The Crowd Inside Hara Arena at the 2016 Dayton Hamvention
The 65th annual Dayton “Hamvention” officially got underway in Dayton, Ohio, Friday morning with crowds of radio amateurs streaming in from virtually every point of the compass to check out the latest in ham radio equipment, look for a vintage “rig” or replacement parts for one in the vast flea market, take in the numerous ham radio-related presentations offered, or to socialize and engage in “eyeball QSOs” (speaking to each other in person rather than via radio).
Despite rain on Saturday, the hams were very good at “keeping the show going” and were ready with tents, tarps and foul weather gear, with some wet feet about the only casualties of the storm.
Vintage broadcast equipment is usually seen for sale at the flea market and this year was no exception. This Gates Gatesway 80 eight-pot console might have found a new home if the price was right.
A final headcount was not immediately available but according to Hamvention media chairman, Henry Ruminski, W8HJR, the number was expected to be close to 25,000. The Hamvention is something of a major stimulus to the Dayton-area economy, with most hotels, motels and RV parks completely filled, restaurants packed and roads crowded with vehicles sporting license plates with amateur radio call signs. Various estimates put the impact at somewhere between $10 and $20 million during the three-day event.
Curt Bartholomew, senior emergency and continuity manager of the FCC’s Public Safety and Homeland Security, traveled from Washington to host an FCC forum at the Hamvention. Due to travel budget cuts, this was the first time the FCC was represented at the show in four years, and Bartholomew’s session was especially popular.
More than 200 commercial equipment vendors packed the exhibition space in Hara Arena, usually a sports venue, the home to the Hamvention for decades. The large surrounding parking lots were almost completely filled by flea market tailgaters.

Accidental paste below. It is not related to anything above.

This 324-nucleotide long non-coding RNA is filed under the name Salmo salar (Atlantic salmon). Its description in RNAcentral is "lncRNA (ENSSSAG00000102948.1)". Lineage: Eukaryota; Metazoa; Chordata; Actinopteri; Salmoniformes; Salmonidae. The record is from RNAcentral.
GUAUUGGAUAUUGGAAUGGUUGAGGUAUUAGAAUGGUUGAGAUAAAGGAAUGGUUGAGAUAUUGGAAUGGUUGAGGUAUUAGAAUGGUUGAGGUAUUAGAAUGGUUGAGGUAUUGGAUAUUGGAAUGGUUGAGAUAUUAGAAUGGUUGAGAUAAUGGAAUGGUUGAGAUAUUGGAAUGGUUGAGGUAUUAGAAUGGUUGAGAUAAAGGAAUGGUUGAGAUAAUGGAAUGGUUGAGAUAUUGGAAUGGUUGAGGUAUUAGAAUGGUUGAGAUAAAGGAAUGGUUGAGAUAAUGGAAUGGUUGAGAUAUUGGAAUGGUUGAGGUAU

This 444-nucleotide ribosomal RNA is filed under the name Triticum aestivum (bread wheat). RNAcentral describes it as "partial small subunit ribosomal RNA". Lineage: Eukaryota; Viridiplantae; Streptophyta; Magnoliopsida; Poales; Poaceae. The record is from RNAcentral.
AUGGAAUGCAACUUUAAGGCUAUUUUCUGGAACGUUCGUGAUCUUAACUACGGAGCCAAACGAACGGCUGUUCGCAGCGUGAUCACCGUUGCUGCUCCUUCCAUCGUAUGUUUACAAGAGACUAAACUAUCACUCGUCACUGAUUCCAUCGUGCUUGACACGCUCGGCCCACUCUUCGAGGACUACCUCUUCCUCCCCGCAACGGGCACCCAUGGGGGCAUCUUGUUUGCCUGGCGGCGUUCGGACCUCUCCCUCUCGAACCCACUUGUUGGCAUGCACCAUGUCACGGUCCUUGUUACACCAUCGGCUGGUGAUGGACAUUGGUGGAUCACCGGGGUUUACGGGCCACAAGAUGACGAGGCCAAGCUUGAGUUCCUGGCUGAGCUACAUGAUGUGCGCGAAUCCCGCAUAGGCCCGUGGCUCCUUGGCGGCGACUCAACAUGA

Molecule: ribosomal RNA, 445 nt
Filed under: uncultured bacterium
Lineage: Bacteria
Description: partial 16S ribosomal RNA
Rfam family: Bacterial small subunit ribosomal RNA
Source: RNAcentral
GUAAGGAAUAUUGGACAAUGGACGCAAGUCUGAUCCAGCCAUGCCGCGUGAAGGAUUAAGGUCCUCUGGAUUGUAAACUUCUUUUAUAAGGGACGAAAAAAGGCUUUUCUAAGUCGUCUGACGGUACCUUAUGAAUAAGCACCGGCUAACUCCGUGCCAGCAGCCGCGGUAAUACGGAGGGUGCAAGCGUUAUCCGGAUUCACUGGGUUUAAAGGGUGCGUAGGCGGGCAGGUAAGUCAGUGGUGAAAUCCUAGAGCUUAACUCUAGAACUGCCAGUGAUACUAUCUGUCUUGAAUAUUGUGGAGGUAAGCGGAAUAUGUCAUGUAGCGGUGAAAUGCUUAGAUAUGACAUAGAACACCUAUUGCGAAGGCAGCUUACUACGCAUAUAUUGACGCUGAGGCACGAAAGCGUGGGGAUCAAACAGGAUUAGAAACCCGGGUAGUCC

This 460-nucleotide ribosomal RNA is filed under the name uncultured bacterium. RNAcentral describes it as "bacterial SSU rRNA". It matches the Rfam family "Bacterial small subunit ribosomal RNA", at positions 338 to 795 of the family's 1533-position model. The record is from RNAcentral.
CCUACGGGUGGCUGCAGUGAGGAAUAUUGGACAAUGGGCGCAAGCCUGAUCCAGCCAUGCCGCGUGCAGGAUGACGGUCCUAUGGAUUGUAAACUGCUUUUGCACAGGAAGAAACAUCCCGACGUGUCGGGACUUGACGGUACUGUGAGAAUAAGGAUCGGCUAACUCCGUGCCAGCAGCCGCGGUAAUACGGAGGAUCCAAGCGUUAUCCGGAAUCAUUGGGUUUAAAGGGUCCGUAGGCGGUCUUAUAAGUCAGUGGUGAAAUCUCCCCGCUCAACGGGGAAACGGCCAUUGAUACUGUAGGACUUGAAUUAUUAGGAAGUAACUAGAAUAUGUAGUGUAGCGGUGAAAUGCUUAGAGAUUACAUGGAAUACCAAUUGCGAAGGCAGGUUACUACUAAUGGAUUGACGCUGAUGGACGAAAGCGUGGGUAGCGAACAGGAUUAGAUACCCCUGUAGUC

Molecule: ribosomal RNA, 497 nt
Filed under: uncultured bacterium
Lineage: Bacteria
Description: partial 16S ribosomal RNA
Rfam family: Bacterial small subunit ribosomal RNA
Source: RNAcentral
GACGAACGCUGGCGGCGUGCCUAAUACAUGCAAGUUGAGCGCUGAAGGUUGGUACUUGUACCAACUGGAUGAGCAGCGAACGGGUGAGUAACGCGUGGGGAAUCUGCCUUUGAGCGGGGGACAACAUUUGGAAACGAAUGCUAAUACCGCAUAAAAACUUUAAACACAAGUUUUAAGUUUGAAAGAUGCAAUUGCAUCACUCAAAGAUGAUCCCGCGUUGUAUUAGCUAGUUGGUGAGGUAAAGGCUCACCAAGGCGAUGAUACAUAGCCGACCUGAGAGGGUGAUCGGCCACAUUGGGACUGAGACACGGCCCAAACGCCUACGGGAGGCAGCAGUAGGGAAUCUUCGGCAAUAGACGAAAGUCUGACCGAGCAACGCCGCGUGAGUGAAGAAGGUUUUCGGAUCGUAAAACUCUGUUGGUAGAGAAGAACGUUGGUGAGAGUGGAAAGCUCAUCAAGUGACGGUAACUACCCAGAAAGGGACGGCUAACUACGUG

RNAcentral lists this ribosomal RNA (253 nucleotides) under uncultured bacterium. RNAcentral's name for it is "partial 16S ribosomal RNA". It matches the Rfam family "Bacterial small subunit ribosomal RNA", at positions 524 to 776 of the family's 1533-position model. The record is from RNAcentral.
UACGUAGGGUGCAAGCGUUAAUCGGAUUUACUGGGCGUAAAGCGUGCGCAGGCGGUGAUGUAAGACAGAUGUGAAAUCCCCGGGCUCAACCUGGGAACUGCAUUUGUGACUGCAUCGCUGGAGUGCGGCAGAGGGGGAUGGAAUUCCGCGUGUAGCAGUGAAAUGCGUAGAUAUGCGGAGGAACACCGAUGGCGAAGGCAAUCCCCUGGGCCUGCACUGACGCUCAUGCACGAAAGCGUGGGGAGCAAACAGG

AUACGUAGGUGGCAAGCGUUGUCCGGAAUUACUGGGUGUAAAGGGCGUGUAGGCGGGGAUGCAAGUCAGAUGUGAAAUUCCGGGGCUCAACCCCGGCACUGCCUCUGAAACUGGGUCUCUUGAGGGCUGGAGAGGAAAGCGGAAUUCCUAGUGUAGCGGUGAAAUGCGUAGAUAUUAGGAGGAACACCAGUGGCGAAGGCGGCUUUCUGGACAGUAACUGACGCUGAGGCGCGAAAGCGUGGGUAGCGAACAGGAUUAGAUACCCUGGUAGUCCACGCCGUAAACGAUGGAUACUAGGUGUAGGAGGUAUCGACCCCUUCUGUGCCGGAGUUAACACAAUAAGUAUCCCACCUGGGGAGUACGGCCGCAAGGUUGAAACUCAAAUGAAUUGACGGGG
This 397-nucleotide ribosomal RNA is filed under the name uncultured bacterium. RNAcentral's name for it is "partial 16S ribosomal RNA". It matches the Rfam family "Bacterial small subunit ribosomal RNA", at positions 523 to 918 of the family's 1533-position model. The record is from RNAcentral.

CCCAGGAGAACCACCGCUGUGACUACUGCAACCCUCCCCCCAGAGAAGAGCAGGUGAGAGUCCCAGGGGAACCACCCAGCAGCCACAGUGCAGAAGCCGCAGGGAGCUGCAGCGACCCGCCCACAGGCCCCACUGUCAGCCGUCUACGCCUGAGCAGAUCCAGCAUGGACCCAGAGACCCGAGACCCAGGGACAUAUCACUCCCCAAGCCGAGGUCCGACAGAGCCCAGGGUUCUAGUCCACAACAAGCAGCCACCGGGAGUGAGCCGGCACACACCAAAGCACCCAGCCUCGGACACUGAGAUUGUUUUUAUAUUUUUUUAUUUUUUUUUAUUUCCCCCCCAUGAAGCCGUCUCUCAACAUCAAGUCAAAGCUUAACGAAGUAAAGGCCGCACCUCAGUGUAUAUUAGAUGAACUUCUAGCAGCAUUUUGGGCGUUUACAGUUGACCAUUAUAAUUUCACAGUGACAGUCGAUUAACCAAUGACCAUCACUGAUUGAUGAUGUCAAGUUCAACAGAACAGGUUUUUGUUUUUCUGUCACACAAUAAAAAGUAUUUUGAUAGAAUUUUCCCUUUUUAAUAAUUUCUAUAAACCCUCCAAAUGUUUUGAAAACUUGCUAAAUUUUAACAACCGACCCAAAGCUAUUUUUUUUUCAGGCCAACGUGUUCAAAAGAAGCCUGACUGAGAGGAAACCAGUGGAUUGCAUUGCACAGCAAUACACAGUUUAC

Besides the arena and parking lot flea market, there were five meeting rooms to learn about the latest developments in such areas as portable HD antenna technology, digital operating modes, “fast scan” television on the ham bands, amateur radio satellite developments, radioteletype contesting, and more. Especially popular was a Saturday afternoon Federal Communications Commission forum hosted by Curt Bartholomew, N3GQ, senior emergency and continuity manager of the commission’s Public Safety and Homeland Security Bureau. The fact that Bartholomew is a radio amateur himself made the Q&A session even more lively.
After Saturday’s events wound to a close in Dayton, a large number of hams responded to a special invitation for an evening tour of the National Voice of America Museum located some 40 miles to the south in Bethany, Ohio, with the tour and radio-related conversations lasting late into the night.
The Hamvention is the largest event of its kind in the world and draws radio amateurs from many nations. (According to Ruminski, there are delegates this year from at least 35 countries.)
A familiar face, Jay Adrick, radio amateur and GatesAir technical advisor, was on hand at the VOA Museum booth to greet fellow hams and provide information about the area museum housed in the former Voice of America Bethany shortwave transmitting station.